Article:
Frequently, counseling and psychotherapy clients express that after extensive treatment; they feel much more knowledgeable about their difficulties and have achieved a richer understanding of how and why their issues developed. However, they do not feel that they have made significant changes. I call this oft-heard condition “insight rich and change poor.”
One of the ways I discuss change with my clients is by defining three states of awareness: hindsight, insight, and foresight. In the process of trying to change, hindsight is often the first way in which a person becomes more self-aware. Looking back at a problematic choice or action taken provides a useful beginning in the effort to function differently. “Gee, I wish I had not done that,” or “I can’t believe I did the same dumb thing again,” are examples of hindsight that offer an opportunity to pay closer attention and work on problematic behaviors. Insight might occur in the process change. This occurs when a person becomes self-aware during the commission of a regrettable action or behavior. “There I go again,” is the phrase that often accompanies an insightful moment. The advantage of insight over hindsight is that insight may occur in time for a regrettable action or decision to be avoided.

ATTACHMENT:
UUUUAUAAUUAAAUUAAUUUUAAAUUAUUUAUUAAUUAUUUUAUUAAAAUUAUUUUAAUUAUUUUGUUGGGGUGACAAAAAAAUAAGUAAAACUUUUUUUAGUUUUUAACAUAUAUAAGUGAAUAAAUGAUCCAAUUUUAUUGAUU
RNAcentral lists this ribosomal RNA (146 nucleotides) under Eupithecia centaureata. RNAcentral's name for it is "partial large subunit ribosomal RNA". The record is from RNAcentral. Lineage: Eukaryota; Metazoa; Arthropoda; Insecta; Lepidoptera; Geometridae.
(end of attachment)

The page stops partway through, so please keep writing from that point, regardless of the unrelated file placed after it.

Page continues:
Hindsight, by definition, is always after the fact. The final goal in promoting change is achieving the state of self-awareness; namely, foresight. Change may be best achieved when someone can look over the horizon and foresee an opportunity or situation where they can employ their collection of hindsights and insights and function in a way compatible with their therapeutic goals. This might be the operational definition of meaningful change. Let me illustrate with a brief client example.
Laura, a 42-year-old married woman with two young children, wanted to change the “terrible” way she related to her aging, “difficult-to-tolerate” widowed mother. During the hindsight phase of her treatment, reports of regret at how she behaved between sessions dominated the conversations as we tried to understand and modify her behavior. In phase two, her capacity for insight enabled her to be more reflective and be better able to handle her anger and resentment resulting in much less regret and further damage to her self-esteem and her relationship with her mother. In phase three, her foresight, along with many other treatment gains, enabled her to anticipate the visits with a better sense of emotional control and determination to conduct herself differently.
Change means different things to different people. In therapy and in life, it is important that we always see change as possible and work with determination to achieve our goals.